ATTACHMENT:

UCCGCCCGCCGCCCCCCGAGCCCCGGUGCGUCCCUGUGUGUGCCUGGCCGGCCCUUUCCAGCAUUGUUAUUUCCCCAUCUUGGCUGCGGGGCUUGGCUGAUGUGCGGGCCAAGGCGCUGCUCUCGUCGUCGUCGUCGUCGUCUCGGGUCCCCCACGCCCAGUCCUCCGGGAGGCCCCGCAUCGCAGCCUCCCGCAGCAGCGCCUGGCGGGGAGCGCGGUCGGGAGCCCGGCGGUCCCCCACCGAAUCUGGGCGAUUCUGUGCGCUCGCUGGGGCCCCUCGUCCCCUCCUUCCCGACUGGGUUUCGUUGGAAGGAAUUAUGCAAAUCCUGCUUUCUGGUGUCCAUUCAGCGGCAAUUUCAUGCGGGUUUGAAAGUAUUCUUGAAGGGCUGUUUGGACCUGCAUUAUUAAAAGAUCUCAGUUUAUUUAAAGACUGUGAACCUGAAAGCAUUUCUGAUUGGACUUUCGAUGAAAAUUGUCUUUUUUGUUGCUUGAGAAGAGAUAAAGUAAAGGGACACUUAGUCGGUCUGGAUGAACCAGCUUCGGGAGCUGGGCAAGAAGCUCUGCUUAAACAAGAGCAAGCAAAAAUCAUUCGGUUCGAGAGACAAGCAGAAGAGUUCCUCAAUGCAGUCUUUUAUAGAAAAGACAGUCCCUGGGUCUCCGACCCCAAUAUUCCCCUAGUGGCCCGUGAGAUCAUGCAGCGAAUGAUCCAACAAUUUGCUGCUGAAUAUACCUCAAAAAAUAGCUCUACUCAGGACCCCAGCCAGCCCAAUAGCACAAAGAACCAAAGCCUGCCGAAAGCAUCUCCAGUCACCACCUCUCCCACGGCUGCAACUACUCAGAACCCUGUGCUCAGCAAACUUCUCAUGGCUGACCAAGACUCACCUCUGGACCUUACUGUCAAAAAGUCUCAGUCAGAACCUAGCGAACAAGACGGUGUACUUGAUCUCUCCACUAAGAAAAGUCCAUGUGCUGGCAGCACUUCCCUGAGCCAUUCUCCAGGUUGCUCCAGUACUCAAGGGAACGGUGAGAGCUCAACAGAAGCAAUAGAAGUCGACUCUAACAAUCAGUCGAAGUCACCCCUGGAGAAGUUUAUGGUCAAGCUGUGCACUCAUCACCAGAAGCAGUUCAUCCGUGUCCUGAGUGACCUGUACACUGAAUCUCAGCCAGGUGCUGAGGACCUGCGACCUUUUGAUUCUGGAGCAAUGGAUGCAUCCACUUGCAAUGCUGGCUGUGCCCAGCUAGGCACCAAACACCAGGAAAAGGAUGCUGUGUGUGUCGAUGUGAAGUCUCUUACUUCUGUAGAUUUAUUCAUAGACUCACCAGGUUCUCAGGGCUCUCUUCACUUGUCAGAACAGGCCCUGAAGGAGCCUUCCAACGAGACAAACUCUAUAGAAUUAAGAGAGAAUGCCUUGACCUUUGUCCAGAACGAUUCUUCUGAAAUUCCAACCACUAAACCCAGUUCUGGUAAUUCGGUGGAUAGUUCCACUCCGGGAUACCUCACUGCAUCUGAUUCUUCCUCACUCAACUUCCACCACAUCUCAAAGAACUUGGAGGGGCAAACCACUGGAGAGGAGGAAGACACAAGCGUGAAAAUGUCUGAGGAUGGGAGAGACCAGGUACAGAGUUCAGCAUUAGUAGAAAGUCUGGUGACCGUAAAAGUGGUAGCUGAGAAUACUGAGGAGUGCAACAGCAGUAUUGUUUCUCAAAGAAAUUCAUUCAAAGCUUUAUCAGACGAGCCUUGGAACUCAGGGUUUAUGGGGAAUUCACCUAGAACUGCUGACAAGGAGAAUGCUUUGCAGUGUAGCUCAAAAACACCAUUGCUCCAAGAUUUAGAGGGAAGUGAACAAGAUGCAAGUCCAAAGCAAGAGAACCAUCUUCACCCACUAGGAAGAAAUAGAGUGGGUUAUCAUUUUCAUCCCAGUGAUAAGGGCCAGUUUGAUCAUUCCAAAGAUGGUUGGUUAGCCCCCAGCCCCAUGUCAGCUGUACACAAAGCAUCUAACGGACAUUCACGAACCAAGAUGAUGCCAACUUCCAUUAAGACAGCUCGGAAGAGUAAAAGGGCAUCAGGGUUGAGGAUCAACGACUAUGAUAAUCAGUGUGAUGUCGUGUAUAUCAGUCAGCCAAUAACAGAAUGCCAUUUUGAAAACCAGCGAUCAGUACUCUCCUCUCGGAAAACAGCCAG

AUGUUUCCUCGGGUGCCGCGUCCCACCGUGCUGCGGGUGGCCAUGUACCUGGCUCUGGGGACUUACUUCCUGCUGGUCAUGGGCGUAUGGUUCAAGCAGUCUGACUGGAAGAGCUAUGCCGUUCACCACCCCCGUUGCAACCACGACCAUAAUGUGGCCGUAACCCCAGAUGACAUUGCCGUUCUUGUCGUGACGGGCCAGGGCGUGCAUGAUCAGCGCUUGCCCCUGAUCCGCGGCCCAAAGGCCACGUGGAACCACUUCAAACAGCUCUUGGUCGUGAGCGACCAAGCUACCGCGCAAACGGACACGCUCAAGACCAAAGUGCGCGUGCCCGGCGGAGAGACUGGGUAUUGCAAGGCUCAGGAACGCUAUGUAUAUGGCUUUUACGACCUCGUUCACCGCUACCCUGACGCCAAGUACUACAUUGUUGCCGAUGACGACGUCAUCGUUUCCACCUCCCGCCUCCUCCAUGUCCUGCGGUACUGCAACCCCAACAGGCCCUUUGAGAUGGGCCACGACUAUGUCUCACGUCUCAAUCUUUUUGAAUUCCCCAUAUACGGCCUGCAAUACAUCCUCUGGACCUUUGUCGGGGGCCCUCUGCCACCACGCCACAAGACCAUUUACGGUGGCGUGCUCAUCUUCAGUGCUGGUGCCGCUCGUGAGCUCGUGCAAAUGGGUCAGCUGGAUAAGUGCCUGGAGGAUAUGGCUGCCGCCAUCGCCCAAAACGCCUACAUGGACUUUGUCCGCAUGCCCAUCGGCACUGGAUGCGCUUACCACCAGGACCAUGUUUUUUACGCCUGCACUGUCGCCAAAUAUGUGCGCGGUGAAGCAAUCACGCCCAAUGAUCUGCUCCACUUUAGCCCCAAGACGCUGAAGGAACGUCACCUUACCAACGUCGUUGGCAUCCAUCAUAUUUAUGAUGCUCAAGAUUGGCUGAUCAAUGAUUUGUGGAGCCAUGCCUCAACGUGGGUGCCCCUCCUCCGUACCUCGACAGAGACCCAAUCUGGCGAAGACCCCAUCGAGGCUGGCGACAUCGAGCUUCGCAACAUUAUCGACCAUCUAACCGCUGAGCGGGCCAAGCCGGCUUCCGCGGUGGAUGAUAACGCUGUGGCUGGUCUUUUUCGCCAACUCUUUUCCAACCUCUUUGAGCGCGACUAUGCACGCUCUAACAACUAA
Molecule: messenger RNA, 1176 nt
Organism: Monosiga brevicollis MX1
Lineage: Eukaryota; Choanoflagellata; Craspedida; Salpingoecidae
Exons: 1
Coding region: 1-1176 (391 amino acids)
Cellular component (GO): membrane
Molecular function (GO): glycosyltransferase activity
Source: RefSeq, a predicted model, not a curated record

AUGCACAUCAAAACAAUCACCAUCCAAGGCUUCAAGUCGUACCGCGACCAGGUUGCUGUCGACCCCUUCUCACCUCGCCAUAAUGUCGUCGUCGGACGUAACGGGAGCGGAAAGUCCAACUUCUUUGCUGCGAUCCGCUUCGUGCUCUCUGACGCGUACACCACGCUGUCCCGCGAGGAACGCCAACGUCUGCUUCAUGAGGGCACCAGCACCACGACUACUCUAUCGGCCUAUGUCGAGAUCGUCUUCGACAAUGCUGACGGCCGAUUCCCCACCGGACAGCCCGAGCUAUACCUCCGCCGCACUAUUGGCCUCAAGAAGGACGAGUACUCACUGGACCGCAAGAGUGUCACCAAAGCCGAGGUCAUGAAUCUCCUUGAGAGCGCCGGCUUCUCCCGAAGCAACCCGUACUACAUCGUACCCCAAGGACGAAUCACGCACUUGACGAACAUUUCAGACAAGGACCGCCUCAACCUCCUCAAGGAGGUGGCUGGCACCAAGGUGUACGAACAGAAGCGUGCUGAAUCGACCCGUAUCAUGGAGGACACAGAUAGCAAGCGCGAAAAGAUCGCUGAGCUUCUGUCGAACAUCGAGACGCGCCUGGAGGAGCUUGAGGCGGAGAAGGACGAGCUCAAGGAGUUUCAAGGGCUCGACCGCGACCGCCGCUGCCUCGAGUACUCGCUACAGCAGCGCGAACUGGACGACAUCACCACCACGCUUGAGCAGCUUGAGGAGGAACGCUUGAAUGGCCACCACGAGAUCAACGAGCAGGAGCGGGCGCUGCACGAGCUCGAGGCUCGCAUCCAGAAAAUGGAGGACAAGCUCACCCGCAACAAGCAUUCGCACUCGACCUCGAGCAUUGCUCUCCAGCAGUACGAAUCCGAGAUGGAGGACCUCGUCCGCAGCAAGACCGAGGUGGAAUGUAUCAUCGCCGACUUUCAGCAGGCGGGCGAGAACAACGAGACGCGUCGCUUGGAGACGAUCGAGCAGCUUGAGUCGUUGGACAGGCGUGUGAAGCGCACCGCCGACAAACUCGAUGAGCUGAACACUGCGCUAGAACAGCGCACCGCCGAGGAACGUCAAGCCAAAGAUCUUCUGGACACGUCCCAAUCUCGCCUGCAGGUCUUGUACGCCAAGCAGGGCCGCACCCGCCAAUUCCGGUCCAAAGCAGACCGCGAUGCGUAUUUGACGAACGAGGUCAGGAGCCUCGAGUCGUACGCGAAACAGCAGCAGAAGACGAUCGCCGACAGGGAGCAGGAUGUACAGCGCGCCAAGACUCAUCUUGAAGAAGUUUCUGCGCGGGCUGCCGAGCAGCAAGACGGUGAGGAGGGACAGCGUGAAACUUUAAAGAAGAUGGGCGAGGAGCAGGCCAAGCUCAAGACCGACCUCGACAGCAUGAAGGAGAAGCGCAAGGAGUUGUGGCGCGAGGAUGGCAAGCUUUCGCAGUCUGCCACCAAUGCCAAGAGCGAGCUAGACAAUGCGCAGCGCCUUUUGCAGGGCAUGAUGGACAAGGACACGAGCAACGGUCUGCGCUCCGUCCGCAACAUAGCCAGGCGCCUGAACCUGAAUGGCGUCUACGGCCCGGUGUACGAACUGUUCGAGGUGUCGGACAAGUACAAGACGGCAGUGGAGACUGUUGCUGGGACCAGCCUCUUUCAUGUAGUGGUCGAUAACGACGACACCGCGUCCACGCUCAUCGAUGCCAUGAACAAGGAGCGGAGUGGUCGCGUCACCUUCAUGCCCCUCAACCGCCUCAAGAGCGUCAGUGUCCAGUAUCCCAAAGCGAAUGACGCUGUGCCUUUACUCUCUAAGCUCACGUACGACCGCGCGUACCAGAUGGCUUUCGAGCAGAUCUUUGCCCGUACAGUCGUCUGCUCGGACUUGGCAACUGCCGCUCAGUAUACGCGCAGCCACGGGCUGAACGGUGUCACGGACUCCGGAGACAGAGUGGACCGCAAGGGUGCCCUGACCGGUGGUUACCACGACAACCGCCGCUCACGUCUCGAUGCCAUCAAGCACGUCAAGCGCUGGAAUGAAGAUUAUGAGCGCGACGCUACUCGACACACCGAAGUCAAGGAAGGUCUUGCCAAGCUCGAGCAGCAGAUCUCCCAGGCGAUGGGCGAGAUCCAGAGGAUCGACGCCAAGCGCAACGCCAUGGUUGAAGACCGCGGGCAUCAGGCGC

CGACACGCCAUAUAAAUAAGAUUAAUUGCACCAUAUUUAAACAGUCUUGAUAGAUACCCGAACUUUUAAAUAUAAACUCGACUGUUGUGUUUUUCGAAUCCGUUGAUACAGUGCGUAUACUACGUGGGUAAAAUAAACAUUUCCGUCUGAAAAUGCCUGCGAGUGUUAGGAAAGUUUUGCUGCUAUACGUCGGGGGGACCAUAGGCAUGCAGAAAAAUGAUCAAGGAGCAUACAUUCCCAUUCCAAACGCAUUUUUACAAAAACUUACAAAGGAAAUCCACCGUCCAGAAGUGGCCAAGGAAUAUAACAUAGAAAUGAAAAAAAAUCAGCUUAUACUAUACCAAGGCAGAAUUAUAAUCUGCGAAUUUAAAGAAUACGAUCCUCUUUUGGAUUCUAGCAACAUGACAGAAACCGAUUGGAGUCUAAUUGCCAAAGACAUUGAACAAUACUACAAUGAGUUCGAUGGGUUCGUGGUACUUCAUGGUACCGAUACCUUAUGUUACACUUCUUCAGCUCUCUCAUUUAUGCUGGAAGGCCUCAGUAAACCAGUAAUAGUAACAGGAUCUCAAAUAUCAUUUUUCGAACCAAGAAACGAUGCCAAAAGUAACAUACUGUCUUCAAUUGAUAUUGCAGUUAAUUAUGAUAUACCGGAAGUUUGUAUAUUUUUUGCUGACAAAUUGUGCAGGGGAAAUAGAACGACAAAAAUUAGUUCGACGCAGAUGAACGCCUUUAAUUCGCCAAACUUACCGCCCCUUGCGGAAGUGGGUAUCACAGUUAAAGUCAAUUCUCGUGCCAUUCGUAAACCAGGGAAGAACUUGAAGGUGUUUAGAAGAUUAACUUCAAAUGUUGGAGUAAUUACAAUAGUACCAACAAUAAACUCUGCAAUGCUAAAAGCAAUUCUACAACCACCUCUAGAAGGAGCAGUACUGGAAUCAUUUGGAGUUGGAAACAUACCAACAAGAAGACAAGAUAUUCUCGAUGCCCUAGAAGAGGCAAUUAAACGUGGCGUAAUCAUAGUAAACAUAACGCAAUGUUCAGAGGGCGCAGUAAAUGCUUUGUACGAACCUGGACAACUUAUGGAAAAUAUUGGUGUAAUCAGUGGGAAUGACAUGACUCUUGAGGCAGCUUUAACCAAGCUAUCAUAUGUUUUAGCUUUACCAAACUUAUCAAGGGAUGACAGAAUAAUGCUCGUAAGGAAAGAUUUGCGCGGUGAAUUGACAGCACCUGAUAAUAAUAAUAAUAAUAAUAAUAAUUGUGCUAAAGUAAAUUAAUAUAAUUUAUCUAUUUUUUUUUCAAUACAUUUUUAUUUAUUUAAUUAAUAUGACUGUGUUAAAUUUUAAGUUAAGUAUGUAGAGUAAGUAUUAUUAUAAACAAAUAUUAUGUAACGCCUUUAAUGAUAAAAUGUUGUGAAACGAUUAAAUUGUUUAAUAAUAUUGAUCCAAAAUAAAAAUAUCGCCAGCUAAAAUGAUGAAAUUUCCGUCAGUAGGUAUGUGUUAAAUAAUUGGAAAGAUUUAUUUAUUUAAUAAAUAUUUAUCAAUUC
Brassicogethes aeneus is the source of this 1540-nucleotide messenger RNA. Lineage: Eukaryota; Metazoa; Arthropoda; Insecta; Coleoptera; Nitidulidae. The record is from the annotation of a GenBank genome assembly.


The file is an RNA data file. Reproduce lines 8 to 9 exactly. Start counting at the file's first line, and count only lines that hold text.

Cellular component (GO): membrane
Molecular function (GO): glycosyltransferase activity